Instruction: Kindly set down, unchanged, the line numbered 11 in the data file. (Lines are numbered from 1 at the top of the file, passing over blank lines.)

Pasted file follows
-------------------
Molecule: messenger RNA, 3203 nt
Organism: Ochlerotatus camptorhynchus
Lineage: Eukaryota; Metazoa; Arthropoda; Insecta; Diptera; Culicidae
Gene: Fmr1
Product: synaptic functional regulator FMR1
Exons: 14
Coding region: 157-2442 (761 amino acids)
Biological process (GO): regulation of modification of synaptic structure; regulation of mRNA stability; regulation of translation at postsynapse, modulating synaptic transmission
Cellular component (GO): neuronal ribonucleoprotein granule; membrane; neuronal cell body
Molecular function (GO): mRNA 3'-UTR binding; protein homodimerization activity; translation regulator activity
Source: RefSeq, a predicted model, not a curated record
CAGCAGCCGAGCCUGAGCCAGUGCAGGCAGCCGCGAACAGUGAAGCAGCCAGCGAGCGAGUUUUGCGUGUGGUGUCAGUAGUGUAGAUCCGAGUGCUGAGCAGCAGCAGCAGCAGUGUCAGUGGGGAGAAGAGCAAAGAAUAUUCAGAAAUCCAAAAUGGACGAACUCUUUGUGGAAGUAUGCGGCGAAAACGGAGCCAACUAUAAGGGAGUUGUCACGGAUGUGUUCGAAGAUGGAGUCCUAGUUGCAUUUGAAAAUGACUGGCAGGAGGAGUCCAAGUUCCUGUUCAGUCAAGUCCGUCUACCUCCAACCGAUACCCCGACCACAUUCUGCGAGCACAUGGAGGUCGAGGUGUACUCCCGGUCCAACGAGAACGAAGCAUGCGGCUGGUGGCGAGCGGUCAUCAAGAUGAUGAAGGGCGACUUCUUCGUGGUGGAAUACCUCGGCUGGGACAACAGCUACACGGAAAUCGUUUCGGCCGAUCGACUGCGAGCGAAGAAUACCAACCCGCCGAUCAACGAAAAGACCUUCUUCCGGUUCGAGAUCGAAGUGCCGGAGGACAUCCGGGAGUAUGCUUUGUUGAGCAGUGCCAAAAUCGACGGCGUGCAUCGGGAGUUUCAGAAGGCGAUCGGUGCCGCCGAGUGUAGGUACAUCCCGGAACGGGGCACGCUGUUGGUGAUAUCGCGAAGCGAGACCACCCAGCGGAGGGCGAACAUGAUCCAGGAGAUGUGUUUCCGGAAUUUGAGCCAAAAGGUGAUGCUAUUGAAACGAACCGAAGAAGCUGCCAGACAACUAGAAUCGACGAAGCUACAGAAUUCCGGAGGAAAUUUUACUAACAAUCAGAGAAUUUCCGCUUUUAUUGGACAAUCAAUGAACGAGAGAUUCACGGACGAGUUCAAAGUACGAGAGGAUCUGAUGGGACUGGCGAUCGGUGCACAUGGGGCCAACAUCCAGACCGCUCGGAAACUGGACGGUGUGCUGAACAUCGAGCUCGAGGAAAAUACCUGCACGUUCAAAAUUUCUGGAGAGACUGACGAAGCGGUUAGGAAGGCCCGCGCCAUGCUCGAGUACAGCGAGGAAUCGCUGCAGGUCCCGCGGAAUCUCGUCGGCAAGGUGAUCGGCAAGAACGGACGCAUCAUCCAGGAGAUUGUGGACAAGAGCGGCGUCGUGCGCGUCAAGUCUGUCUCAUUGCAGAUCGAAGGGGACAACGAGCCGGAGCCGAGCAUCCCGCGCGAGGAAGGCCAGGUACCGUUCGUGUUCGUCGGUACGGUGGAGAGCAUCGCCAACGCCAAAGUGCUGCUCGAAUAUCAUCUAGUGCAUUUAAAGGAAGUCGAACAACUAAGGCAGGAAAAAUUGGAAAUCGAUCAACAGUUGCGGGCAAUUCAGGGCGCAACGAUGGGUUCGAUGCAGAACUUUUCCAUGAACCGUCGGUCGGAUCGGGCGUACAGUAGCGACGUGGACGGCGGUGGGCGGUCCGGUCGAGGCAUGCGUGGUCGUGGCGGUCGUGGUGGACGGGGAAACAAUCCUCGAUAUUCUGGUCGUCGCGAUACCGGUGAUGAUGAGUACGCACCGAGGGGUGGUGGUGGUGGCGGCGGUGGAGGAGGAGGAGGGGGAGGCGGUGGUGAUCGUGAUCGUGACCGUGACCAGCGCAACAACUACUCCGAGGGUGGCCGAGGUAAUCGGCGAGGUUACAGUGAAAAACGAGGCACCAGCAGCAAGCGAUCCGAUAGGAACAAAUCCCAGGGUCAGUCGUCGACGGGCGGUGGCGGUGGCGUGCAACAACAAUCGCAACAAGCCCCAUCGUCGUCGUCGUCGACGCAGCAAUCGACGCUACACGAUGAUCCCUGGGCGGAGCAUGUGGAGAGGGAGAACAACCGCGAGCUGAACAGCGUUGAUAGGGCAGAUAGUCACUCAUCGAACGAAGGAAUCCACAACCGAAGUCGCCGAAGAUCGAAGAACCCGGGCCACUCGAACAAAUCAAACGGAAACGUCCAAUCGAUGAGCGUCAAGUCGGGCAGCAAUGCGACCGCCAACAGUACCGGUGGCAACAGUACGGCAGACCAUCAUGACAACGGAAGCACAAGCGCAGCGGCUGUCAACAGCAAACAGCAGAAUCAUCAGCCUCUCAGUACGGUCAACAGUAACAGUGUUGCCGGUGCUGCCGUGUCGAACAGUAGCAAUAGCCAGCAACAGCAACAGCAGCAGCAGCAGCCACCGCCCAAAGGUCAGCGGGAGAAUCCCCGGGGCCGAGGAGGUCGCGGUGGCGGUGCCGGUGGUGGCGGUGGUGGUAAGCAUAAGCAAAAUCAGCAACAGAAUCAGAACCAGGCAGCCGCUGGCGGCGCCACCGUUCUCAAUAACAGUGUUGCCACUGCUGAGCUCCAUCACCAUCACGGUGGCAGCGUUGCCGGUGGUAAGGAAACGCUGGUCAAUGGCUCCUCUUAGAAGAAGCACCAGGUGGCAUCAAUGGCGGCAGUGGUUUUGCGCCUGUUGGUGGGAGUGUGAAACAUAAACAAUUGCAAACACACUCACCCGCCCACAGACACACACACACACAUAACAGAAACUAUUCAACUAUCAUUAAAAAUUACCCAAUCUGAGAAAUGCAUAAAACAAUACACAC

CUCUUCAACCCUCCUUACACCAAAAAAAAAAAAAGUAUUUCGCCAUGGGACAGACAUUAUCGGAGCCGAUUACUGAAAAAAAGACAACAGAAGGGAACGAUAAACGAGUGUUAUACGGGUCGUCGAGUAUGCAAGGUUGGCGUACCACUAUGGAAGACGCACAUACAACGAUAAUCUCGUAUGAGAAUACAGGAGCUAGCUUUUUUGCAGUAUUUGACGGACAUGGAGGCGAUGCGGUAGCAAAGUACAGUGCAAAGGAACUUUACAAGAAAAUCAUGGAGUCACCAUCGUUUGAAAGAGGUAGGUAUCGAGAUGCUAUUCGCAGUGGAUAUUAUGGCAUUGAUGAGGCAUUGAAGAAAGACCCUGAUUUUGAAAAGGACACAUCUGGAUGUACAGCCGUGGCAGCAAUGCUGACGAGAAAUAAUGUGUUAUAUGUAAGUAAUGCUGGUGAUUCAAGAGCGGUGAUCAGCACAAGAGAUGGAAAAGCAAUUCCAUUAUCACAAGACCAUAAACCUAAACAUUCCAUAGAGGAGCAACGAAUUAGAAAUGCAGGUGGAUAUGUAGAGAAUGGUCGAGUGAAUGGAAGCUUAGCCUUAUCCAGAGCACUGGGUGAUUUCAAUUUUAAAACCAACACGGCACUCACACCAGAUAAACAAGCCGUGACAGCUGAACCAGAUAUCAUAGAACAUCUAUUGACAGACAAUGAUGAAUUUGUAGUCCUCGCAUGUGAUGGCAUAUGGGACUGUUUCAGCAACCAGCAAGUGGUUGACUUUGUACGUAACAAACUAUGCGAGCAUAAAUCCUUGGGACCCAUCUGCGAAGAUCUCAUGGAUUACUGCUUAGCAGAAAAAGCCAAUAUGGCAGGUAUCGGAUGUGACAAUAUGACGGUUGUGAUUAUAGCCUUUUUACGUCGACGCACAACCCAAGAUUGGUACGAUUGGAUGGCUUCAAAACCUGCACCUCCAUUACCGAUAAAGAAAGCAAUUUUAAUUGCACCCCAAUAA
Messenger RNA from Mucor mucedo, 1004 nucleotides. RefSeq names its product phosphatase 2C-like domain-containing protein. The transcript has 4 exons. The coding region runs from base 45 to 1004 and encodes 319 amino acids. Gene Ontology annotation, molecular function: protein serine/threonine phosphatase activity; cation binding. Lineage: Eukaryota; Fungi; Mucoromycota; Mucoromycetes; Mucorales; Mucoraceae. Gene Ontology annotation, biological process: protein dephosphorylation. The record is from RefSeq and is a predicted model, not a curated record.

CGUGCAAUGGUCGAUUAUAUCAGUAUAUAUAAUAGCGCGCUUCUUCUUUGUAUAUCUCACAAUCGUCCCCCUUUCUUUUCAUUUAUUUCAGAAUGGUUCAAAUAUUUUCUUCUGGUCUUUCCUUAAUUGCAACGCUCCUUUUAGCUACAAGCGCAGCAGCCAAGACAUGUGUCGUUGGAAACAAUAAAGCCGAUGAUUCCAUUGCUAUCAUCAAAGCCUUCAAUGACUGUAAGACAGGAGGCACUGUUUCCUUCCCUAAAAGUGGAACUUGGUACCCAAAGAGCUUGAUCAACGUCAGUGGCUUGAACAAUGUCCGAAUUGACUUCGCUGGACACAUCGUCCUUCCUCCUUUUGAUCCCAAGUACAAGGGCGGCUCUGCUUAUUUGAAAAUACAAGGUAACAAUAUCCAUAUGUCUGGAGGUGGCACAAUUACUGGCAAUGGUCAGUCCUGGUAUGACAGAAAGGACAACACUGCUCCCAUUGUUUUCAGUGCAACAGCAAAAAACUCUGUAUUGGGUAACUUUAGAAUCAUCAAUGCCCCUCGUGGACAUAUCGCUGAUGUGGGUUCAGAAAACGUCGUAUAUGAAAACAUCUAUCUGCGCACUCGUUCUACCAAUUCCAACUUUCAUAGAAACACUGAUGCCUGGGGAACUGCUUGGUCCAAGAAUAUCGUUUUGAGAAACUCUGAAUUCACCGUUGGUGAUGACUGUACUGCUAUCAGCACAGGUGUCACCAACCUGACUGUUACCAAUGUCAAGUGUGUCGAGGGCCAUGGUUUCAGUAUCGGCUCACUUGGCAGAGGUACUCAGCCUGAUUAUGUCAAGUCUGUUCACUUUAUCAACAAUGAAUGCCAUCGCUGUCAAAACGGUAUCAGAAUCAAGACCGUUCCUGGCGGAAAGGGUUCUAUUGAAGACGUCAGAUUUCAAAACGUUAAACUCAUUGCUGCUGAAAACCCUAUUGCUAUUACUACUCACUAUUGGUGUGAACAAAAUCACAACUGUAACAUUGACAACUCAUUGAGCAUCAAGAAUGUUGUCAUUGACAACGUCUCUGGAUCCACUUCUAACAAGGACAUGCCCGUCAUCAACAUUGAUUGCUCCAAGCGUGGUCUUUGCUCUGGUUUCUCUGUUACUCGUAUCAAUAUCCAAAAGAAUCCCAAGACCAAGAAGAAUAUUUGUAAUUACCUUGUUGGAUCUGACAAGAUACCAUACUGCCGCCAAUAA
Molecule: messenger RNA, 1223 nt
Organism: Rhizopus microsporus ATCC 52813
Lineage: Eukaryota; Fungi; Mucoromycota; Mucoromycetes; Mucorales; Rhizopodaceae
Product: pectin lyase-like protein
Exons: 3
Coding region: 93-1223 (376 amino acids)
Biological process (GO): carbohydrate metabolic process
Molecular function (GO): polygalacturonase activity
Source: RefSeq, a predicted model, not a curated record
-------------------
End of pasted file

Source: RefSeq, a predicted model, not a curated record